For centuries, writers have experimented with forms that evoke the imperfection of thought, the inconstancy of human affairs, and the chastening passage of time. But as blogging evolves as a literary form, it is generating a new and quintessentially postmodern idiom that’s enabling writers to express themselves in ways that have never been seen or understood before. Its truths are provisional, and its ethos collective and messy. Yet the interaction it enables between writer and reader is unprecedented, visceral, and sometimes brutal. And make no mistake: it heralds a golden era for journalism. – Andrew Sullivan, preface to “Why I Blog”
And a golden era for musicology too, we hope.
Blogging might not be the most natural process for the typical scholar or grad student. In formal academic writing, we are held to a high degree of rigor, organization, and factual accuracy. But blogging is a bit different. As Andrew Sullivan says, “truths are provisional” in the ephemeral realm of the blogosphere. It is less about formal elegance and perfectly articulated thoughts than it is about the messy process of thinking. Moreover, it’s a venue for the collective action of working out ideas, probing, thinking aloud, and engaging in discussion. This improvisatory element to blogging might be intimidating for the scholar and student, steeped as they are in formalism and the need to back up everything they assert with a reference. The challenge to music blogging for the scholar-student, therefore, is in letting go.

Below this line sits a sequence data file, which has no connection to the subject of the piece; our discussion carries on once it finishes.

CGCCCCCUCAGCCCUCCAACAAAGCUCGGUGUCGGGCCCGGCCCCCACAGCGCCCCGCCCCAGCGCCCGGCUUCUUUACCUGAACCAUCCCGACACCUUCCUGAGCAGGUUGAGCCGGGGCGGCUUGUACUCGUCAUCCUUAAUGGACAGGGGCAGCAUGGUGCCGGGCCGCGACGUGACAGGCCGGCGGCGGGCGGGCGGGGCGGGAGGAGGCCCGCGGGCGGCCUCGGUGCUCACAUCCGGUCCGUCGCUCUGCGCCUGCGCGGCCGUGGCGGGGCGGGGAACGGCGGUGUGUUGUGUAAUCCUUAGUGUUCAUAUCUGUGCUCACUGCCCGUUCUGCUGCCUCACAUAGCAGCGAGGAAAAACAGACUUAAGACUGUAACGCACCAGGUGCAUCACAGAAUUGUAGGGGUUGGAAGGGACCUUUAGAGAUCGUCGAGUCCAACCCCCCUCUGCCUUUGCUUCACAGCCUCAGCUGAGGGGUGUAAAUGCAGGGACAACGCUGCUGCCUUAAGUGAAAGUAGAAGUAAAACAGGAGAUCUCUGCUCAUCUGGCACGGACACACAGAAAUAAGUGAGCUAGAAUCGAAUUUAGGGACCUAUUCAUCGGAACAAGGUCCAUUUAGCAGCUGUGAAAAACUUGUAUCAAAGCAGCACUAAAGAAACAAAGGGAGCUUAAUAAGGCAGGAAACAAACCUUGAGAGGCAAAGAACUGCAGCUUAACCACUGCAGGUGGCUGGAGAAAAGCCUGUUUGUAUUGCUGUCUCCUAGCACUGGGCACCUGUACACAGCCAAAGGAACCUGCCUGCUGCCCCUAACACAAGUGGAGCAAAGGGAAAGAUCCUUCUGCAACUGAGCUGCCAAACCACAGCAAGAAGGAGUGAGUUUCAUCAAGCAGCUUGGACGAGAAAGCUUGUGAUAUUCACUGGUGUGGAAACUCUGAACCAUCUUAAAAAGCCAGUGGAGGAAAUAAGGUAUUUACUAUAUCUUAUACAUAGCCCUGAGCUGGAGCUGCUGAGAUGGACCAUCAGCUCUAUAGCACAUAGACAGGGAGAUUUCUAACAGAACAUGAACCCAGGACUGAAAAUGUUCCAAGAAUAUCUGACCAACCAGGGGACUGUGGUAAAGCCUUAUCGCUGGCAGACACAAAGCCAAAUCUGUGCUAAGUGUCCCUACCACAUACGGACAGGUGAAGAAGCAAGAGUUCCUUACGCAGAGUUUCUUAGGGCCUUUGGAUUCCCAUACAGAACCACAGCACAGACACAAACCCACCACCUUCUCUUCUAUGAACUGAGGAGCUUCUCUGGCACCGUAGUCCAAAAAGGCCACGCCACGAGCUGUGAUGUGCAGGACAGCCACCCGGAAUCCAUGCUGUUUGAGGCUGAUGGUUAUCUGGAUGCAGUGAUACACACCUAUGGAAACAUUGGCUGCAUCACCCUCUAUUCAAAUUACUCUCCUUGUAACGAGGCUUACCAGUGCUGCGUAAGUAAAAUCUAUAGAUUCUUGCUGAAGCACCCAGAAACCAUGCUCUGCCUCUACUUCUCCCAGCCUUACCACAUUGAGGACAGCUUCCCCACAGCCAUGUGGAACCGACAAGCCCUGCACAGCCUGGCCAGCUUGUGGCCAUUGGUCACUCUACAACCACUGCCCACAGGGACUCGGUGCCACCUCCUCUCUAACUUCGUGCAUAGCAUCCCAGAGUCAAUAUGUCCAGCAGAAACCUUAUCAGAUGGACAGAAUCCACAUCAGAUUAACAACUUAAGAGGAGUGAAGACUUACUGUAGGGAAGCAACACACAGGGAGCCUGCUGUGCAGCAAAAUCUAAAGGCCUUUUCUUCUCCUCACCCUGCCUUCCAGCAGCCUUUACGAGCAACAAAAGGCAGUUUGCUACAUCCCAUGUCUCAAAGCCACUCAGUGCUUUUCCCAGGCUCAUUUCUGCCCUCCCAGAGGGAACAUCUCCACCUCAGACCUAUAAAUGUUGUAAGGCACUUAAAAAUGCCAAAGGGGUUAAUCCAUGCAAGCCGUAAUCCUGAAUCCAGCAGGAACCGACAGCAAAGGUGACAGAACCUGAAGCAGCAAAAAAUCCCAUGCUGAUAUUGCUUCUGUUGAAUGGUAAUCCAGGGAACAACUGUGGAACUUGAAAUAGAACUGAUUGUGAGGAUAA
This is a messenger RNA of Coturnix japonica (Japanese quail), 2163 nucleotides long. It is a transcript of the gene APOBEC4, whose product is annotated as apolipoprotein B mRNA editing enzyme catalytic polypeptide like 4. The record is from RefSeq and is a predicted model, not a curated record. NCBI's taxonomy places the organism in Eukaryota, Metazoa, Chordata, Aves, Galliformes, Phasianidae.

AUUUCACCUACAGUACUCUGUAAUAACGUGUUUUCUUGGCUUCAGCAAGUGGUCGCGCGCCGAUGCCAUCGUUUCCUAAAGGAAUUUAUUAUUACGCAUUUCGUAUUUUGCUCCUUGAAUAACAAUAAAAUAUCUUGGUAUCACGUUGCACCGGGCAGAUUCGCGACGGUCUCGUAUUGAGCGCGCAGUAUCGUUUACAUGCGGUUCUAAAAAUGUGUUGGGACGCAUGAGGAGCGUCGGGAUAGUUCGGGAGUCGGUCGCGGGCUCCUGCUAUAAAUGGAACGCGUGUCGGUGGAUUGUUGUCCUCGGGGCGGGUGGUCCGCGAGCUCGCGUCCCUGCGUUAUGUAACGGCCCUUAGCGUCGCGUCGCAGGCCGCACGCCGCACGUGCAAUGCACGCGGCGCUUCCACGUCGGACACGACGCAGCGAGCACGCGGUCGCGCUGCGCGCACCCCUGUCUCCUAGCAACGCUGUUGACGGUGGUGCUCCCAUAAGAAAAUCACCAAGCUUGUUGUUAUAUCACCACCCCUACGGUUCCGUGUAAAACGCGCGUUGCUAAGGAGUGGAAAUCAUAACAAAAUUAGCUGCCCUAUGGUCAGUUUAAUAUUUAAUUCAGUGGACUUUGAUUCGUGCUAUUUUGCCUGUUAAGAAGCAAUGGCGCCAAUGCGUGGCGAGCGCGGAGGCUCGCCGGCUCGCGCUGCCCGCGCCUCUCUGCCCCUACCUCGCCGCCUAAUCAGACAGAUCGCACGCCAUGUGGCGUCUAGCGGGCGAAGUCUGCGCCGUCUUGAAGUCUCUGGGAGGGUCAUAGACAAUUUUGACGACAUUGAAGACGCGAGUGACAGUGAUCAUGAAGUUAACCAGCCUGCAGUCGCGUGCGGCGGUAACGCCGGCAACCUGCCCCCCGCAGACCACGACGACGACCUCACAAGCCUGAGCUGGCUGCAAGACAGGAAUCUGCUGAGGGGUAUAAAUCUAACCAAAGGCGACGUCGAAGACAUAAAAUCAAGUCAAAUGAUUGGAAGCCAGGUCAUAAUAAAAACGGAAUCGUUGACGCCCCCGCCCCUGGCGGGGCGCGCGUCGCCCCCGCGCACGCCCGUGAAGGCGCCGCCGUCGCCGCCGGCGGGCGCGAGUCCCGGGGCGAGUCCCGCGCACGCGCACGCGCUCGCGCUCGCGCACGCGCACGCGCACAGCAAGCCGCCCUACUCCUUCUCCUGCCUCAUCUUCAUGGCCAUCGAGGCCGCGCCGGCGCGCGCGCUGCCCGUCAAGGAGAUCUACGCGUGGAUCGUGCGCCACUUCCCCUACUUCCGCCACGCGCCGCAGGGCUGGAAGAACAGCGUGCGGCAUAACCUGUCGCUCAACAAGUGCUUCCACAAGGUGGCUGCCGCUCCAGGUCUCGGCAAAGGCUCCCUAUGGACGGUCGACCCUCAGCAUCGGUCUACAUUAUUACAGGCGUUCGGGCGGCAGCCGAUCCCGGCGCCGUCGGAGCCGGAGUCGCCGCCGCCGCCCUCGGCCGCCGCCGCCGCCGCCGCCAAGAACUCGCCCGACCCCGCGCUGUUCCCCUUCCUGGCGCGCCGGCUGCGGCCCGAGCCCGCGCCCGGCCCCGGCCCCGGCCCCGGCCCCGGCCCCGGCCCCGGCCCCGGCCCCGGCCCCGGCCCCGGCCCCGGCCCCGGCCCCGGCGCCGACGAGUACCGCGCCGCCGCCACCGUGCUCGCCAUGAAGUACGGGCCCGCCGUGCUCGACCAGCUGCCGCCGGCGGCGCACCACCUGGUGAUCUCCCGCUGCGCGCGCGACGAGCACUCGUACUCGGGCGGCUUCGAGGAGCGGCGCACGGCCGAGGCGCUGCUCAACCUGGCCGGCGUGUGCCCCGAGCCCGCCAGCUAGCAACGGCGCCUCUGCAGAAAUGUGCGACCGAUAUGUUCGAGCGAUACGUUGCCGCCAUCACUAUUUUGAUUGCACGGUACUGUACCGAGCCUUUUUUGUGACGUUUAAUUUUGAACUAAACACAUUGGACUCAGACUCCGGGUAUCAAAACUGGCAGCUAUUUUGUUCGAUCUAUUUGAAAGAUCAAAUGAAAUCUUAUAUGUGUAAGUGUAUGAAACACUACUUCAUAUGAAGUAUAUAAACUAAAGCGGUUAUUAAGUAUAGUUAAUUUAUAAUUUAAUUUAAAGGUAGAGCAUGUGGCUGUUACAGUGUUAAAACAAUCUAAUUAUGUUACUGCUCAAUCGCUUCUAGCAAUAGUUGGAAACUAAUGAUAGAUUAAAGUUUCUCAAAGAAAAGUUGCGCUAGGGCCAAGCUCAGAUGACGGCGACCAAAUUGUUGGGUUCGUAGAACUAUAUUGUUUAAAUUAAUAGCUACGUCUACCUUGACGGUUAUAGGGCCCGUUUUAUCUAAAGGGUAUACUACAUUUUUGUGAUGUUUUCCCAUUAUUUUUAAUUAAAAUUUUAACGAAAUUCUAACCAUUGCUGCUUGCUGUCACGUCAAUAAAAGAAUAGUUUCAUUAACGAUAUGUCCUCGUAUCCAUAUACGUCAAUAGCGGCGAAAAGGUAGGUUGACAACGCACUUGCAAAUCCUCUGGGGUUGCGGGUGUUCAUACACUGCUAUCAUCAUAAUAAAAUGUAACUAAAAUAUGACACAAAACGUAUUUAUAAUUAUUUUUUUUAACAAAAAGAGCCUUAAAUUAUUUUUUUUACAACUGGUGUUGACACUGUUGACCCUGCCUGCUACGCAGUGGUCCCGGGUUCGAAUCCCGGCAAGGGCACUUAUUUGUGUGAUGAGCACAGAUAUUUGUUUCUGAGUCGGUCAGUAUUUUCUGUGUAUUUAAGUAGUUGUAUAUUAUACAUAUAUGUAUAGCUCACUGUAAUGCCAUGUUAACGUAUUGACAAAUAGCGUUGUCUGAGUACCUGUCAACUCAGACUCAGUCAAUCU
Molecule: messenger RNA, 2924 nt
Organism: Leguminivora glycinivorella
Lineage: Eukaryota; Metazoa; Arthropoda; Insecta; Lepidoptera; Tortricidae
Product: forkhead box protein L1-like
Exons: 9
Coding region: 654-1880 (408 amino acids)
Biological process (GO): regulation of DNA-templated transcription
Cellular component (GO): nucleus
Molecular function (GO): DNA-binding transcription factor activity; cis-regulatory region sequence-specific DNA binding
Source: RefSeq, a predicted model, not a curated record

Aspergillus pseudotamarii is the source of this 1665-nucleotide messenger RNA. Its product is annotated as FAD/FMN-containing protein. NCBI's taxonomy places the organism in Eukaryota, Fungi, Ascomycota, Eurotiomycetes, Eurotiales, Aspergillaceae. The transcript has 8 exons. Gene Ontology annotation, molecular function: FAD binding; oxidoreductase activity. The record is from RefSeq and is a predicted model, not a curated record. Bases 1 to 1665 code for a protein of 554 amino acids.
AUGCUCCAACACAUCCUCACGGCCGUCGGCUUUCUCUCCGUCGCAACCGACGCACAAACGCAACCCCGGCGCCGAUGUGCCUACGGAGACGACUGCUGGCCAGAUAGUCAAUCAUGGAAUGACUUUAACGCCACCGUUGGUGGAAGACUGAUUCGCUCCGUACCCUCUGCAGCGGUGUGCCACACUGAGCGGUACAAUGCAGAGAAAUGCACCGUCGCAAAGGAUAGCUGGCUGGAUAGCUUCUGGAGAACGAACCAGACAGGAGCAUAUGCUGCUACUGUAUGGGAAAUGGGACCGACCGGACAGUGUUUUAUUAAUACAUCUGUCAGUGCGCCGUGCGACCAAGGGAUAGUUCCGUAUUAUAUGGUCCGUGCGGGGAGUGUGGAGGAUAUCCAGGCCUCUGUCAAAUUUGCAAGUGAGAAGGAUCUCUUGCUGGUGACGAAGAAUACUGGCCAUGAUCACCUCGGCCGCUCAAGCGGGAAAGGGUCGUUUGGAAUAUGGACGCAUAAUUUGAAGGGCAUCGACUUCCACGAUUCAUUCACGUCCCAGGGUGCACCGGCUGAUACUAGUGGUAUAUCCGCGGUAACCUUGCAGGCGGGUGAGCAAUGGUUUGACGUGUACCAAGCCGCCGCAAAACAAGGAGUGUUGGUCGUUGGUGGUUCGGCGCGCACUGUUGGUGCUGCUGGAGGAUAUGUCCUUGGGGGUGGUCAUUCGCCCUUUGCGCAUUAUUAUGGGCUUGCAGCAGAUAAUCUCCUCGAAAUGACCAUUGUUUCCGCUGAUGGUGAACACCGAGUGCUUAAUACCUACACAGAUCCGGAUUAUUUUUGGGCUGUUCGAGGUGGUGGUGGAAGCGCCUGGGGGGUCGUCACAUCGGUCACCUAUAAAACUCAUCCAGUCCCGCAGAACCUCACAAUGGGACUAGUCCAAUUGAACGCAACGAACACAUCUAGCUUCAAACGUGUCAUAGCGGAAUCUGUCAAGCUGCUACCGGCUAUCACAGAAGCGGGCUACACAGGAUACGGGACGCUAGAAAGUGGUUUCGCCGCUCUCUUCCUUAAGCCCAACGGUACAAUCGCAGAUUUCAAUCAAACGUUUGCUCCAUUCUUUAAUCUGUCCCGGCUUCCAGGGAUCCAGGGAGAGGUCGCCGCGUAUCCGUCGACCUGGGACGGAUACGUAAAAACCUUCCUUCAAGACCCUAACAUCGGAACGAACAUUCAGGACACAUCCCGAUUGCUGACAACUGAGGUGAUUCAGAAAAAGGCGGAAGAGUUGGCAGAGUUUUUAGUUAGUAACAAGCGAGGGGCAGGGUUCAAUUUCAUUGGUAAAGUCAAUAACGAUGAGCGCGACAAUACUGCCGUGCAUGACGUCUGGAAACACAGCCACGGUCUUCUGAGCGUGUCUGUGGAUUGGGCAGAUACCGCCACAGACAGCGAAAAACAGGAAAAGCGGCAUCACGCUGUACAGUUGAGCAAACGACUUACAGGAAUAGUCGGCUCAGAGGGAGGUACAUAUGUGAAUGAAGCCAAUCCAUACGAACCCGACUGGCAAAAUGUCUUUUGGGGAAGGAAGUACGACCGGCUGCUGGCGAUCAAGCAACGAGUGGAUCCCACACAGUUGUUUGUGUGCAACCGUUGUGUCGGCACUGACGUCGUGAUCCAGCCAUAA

We want to welcome all forms of writing on this blog, fully-formed ideas included. But one should also feel free to contribute without fear of accusations of shoddy scholarship; one should feel enabled and encouraged to plop amoebic ideas down without worrying about loose ends. This is the greatest gift of the blog format: it’s ok to be imperfect. Writing in this format is an attempt to capture thoughts in motion. One can always pin them down later.
This sort of writing can only be a good thing for a scholar-student, and a good thing for the discipline. If traditional scholarship is the equivalent of a flawless performance of the Haydn Trumpet Concerto, then blogging is like getting onstage with a rhythm section and improvising a solo on “Bye Bye Blackbird,” complete with occasional wrong notes and mental misfires. It’s the verbal version of a jam session.
We hope that The Taruskin Challenge provides an open, exploratory, nurturing, and fun venue for music-geekery in all its forms. In the spirit of this geekery, I close with a particularly felicitous metaphor from Sullivan’s piece:
There are times when a blogger feels less like a writer than an online disc jockey, mixing samples of tunes and generating new melodies through mashups while also making his own music. He is both artist and producer—and the beat always goes on.